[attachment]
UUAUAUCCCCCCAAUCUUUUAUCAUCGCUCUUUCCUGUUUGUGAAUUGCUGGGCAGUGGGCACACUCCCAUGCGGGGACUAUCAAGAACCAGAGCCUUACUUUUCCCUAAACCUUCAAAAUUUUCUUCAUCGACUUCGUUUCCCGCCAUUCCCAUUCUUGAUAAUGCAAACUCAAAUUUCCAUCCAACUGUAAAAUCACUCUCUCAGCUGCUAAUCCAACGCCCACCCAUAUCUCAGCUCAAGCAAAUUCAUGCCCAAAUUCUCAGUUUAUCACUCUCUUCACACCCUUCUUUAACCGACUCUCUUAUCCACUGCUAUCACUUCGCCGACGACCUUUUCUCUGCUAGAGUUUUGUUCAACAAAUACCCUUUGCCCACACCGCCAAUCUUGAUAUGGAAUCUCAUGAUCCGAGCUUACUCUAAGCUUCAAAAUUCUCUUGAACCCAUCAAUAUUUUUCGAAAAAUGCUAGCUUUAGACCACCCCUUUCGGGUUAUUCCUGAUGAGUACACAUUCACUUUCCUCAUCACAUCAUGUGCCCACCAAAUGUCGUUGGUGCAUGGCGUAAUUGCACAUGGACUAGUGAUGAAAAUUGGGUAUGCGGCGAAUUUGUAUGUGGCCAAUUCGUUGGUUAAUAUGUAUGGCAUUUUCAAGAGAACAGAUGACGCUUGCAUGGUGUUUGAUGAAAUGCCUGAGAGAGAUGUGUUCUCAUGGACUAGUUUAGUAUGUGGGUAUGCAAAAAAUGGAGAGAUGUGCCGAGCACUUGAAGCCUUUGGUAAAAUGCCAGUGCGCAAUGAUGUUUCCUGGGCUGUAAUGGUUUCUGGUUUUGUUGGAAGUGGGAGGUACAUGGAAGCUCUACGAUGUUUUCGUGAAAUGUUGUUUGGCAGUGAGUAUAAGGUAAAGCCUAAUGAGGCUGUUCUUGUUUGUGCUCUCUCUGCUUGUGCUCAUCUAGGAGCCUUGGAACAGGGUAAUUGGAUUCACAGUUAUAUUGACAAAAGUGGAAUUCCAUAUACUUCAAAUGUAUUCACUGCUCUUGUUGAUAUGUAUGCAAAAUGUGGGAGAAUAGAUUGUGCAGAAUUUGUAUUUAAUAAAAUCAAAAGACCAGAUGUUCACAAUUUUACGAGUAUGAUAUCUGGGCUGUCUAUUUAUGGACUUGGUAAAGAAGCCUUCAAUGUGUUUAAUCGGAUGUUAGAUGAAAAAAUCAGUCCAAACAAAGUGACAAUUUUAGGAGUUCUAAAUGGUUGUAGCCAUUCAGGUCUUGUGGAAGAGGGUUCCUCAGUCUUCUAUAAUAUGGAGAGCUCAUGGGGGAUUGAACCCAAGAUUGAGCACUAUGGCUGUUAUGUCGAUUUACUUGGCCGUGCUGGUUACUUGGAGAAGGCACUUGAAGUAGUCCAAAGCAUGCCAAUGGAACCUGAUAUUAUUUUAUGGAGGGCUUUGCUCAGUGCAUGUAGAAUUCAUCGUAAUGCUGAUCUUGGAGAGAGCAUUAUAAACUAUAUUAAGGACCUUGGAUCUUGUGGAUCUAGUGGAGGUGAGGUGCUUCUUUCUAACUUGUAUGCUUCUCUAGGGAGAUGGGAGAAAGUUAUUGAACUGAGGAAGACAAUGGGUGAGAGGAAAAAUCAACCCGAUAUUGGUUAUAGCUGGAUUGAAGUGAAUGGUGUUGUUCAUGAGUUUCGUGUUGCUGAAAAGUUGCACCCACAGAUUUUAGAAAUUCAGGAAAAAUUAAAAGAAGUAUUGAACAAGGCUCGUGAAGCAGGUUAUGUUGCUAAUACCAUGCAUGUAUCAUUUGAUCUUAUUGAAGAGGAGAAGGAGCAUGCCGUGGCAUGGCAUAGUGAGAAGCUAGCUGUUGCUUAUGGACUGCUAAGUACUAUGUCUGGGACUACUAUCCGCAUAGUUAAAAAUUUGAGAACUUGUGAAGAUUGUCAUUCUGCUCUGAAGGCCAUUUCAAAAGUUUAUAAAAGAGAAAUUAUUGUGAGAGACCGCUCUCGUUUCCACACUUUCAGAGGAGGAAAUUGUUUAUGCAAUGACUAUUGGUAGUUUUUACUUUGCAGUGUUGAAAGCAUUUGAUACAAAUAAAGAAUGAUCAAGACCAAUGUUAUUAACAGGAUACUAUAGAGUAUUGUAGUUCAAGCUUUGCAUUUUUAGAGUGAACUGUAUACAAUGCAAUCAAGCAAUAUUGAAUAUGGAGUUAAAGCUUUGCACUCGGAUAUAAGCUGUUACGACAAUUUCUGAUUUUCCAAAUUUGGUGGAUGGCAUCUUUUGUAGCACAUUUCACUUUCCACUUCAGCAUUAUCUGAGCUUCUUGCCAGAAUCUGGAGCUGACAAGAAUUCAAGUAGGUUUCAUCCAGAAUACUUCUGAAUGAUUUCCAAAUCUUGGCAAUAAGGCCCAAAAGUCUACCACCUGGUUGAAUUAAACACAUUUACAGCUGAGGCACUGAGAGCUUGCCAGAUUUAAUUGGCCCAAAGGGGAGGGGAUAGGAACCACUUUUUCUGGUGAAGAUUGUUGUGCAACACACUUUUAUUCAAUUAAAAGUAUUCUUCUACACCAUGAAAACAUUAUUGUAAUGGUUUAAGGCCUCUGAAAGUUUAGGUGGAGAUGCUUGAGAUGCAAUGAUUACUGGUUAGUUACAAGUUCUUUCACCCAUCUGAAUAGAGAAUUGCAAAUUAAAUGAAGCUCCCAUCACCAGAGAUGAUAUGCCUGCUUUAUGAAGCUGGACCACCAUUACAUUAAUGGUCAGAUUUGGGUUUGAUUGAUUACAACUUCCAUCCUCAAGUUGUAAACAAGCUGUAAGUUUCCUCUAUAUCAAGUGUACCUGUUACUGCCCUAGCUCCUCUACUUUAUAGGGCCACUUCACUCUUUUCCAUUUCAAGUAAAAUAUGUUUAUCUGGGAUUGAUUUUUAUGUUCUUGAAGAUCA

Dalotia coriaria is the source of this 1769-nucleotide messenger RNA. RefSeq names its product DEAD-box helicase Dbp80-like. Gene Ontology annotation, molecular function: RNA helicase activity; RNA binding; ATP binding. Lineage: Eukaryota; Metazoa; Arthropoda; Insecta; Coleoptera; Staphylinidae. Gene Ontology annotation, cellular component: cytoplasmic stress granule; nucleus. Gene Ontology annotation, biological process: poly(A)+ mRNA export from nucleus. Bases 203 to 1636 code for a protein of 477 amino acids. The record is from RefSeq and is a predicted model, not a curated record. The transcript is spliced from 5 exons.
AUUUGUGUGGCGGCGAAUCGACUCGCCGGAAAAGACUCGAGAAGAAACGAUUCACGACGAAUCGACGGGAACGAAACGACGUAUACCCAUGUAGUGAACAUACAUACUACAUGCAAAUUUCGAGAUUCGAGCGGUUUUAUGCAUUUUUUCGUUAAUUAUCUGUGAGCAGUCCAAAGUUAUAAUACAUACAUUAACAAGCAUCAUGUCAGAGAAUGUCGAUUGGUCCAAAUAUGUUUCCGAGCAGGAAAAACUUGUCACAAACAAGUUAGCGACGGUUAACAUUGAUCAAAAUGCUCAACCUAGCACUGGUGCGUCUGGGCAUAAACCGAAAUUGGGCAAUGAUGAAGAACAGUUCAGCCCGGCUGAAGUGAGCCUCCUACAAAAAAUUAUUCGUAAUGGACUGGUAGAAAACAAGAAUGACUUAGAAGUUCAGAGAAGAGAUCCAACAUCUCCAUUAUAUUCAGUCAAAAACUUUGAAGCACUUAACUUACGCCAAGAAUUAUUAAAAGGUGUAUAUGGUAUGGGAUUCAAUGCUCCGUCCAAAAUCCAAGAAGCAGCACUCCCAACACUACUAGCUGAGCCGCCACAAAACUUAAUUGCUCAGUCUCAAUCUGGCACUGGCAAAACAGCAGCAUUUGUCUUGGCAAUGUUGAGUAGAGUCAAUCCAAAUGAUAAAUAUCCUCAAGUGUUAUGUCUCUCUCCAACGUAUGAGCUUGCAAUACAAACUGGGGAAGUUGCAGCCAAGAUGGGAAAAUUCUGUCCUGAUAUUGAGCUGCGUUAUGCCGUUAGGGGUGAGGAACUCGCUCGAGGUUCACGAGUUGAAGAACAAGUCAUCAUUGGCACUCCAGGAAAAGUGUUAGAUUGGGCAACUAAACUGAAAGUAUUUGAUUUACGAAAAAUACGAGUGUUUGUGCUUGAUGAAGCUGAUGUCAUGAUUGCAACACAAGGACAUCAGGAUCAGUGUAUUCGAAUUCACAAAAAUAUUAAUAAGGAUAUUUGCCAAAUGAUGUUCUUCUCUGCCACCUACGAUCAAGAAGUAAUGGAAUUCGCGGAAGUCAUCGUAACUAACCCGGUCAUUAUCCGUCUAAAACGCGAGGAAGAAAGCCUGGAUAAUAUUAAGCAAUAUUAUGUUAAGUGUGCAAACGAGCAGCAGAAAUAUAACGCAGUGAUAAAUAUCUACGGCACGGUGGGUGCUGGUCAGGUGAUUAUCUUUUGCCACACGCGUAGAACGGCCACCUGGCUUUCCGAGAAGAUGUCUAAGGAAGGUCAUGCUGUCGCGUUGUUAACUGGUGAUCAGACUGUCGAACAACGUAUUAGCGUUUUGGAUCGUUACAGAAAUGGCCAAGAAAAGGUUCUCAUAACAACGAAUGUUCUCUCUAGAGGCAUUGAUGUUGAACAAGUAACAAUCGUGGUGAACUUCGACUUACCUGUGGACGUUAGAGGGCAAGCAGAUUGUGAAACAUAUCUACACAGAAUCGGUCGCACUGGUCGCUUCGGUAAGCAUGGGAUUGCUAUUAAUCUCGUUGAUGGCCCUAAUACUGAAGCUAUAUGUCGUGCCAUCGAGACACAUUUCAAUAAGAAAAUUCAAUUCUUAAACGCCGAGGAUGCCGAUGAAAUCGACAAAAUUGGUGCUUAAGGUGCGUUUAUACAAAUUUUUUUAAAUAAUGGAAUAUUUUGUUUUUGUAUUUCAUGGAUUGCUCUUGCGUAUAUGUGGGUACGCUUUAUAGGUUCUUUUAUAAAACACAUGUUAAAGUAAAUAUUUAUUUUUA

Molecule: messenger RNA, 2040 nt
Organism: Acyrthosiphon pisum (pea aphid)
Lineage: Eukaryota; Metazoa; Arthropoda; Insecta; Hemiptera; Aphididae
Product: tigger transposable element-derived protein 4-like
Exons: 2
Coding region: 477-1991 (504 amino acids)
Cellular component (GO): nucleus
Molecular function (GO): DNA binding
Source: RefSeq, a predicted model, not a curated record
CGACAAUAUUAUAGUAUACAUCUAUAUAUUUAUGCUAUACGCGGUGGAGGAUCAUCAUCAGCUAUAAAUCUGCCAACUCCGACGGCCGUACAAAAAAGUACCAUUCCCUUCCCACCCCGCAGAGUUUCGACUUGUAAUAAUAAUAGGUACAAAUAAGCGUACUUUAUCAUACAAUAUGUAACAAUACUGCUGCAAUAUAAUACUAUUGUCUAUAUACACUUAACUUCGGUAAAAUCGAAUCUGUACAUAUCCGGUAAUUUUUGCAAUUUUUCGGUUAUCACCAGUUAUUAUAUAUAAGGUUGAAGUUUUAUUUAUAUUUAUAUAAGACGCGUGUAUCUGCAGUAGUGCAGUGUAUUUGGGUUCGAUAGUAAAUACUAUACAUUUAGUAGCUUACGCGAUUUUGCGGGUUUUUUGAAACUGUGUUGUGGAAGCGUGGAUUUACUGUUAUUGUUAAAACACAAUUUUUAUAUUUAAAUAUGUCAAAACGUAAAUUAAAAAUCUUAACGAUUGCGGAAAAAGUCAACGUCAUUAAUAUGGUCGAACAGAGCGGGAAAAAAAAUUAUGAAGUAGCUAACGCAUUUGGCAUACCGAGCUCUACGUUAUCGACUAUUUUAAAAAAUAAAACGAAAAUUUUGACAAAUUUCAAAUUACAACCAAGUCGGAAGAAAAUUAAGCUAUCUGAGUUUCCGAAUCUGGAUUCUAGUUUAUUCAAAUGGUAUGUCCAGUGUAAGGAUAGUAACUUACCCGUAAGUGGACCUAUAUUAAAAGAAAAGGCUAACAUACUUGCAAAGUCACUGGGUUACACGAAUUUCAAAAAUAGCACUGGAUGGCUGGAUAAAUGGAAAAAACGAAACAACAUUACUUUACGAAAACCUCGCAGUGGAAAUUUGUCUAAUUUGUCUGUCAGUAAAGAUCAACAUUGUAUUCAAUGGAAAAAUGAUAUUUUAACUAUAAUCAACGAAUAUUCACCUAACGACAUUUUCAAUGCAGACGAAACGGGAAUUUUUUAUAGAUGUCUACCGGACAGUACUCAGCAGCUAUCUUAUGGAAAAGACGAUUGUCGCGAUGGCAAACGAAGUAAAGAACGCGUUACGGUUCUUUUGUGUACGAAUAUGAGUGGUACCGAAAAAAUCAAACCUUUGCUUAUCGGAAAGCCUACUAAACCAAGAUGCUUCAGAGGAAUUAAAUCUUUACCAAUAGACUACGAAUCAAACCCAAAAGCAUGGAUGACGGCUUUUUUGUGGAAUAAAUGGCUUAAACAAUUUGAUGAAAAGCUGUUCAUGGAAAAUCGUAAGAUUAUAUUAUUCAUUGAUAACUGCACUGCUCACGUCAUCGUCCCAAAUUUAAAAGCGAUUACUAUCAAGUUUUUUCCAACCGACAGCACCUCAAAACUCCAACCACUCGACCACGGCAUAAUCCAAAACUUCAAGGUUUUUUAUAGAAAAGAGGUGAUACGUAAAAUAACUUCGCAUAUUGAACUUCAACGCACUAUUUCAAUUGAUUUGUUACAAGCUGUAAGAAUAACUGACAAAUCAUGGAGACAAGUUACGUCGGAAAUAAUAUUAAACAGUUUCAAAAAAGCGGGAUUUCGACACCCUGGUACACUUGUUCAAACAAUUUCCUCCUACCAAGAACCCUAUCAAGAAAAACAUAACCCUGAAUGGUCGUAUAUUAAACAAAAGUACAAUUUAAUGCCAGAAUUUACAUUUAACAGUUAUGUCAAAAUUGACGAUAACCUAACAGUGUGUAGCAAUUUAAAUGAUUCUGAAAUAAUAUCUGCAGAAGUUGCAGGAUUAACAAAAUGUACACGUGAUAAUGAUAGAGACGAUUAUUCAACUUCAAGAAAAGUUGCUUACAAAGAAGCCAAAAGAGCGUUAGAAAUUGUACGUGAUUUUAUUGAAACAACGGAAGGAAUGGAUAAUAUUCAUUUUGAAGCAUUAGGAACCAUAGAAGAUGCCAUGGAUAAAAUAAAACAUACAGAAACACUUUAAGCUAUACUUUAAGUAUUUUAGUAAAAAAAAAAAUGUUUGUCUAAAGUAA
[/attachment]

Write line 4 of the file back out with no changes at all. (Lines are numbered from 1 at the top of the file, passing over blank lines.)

Molecule: messenger RNA, 2040 nt